Bedroom environment in relation to respiratory and asthma symptoms among urban primary school children in Thailand


  • Nawarat Apichainan (1) College of Public Health Sciences, Chulalongkorn University, Bangkok, Thailand; (2) Department of Health, Ministry of Public Health, Nonthaburi, Thailand
  • Nutta Taneepanichskul College of Public Health Sciences, Chulalongkorn University, Bangkok, Thailand


Primary school children, Respiratory symptoms, Asthma, Bedroom environment, Thailand


Purpose - This study sought to examine the association between bedroom environments with respiratory and asthma symptoms among primary school children in urban area of Bangkok, Thailand.

Design/methodology/approach - A cross-sectional study was conducted among 658 primary school children aged 6 to 10 years during April - May 2018. Self-reported questionnaire from child’s parent was used as a measurement tool. Children’s history of respiratory and asthma symptoms within 1 year was modified from International Study of Asthma and Allergies in Childhood (ISAAC). Binary logistic regression models were performed to find the associations. 

Findings - Running nose without cold symptom was the highest reported respiratory and asthma symptom in the past 12 months (52.7%). Having doll in bedroom was significantly associated with dry cough at night (AOR = 2.610; 95%CI 1.720-3.959), phlegm (AOR = 2.375; 95%CI 1.618-3.488), shortness of breath (AOR = 2.440; 95%CI 1.164-5.114), and running nose without cold symptoms (AOR = 2.265; 95%CI 1.558-3.291). Wall dampness near children’s bedroom was significantly associated with shortness of breath (AOR = 3.435; 95%CI 1.297-9.098), and running nose without cold symptoms (AOR = 2.331; 95%CI 1.034-5.257).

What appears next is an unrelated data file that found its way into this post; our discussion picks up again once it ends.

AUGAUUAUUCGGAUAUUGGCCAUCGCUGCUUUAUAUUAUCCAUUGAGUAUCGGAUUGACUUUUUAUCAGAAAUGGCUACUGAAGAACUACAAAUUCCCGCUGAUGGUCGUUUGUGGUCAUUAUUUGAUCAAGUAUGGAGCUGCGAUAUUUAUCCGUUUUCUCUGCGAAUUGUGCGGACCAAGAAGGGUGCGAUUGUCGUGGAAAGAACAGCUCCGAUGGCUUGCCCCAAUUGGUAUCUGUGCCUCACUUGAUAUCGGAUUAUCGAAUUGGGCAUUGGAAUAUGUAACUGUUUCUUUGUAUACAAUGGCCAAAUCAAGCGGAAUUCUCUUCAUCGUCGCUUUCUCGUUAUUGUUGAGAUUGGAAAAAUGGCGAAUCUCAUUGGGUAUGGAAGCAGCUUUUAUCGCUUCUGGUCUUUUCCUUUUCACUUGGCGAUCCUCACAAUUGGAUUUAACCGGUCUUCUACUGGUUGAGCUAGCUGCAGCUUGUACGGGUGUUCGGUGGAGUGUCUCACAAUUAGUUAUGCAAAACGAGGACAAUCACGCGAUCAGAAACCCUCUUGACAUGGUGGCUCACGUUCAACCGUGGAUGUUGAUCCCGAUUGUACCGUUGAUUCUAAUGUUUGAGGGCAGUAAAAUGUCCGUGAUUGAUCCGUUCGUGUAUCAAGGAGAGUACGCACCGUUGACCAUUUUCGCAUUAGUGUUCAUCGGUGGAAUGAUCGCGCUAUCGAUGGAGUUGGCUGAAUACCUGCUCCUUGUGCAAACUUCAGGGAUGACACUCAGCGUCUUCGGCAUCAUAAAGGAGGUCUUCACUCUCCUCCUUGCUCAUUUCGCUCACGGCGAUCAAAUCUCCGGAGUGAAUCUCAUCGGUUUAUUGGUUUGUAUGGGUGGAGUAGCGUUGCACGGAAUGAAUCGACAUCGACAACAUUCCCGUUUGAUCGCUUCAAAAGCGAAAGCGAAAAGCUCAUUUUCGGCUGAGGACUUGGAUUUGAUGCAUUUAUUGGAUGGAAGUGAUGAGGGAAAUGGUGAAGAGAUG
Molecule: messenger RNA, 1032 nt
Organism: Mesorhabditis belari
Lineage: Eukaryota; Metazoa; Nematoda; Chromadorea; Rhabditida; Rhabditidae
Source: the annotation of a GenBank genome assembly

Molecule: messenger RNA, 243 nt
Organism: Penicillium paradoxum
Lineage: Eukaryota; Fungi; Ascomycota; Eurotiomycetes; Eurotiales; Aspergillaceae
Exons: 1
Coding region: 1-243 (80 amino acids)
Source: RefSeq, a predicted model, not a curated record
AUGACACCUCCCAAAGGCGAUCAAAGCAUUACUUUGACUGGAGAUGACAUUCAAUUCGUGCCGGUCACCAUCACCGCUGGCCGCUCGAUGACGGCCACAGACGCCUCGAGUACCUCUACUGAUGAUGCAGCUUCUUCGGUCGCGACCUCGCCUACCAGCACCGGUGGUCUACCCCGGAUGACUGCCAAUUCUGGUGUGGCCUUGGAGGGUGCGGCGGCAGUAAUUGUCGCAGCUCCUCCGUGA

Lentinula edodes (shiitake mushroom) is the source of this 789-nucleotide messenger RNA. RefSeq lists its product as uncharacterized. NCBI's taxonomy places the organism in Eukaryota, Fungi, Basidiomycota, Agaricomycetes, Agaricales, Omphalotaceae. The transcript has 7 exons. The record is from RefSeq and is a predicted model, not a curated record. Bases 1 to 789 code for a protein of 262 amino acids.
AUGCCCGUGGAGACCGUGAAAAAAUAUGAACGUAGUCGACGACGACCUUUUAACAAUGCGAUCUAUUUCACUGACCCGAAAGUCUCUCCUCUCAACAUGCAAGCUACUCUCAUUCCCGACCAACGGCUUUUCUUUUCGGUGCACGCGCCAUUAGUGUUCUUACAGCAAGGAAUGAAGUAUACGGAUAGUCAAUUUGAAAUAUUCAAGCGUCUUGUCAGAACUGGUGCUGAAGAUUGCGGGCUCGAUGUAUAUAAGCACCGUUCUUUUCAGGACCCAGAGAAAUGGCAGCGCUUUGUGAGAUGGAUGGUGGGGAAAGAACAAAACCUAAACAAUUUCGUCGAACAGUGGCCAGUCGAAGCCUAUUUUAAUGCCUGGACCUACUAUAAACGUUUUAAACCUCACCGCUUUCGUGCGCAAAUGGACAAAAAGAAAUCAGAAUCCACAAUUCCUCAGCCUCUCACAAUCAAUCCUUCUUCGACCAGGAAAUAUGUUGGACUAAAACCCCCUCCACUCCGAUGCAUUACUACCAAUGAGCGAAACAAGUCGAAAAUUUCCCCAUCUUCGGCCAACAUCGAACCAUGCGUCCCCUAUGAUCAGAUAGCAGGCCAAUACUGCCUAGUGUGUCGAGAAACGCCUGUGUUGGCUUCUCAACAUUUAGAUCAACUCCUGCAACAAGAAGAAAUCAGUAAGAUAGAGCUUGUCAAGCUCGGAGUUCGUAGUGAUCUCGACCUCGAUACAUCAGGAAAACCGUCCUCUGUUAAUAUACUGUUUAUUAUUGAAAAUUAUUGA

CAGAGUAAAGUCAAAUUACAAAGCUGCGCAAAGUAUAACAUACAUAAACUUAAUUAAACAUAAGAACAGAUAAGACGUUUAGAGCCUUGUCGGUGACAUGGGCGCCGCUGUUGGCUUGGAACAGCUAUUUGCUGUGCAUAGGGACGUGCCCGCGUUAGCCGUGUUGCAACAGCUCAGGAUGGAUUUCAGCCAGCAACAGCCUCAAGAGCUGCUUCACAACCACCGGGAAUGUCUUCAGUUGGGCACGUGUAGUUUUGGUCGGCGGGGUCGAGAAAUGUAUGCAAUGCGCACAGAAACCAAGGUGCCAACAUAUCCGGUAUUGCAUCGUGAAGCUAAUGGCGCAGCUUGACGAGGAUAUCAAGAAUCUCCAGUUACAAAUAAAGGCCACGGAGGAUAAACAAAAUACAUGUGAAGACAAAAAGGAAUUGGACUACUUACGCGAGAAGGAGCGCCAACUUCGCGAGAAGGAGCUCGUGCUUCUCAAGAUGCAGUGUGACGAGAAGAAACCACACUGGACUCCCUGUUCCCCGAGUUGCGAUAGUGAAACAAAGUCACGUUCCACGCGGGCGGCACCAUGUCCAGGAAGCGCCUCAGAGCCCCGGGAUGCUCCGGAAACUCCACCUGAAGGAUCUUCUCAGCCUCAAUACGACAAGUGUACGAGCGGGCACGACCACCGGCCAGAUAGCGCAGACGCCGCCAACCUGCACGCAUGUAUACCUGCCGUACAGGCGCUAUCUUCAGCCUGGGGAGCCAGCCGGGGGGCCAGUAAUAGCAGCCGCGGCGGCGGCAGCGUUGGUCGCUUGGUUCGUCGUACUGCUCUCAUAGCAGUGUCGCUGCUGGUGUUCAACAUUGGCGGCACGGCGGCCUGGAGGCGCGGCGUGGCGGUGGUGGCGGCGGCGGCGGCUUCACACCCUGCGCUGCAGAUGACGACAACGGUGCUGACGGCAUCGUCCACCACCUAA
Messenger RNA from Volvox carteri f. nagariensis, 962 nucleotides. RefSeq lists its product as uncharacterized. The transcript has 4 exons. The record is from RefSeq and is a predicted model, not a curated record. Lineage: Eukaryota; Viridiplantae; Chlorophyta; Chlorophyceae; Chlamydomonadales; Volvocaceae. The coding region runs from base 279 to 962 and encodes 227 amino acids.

Originality/value - Children’s bedroom environments including doll, window, and wall dampness were positive significantly associated with respiratory and asthma symptoms. Further intervention to improve child’s bedroom environment should be considered to reduce respiratory and asthma symptoms.


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How to Cite

Apichainan, N., & Taneepanichskul, N. (2018). Bedroom environment in relation to respiratory and asthma symptoms among urban primary school children in Thailand. Journal of Health Research, 32(Suppl.1), S53-S61. Retrieved from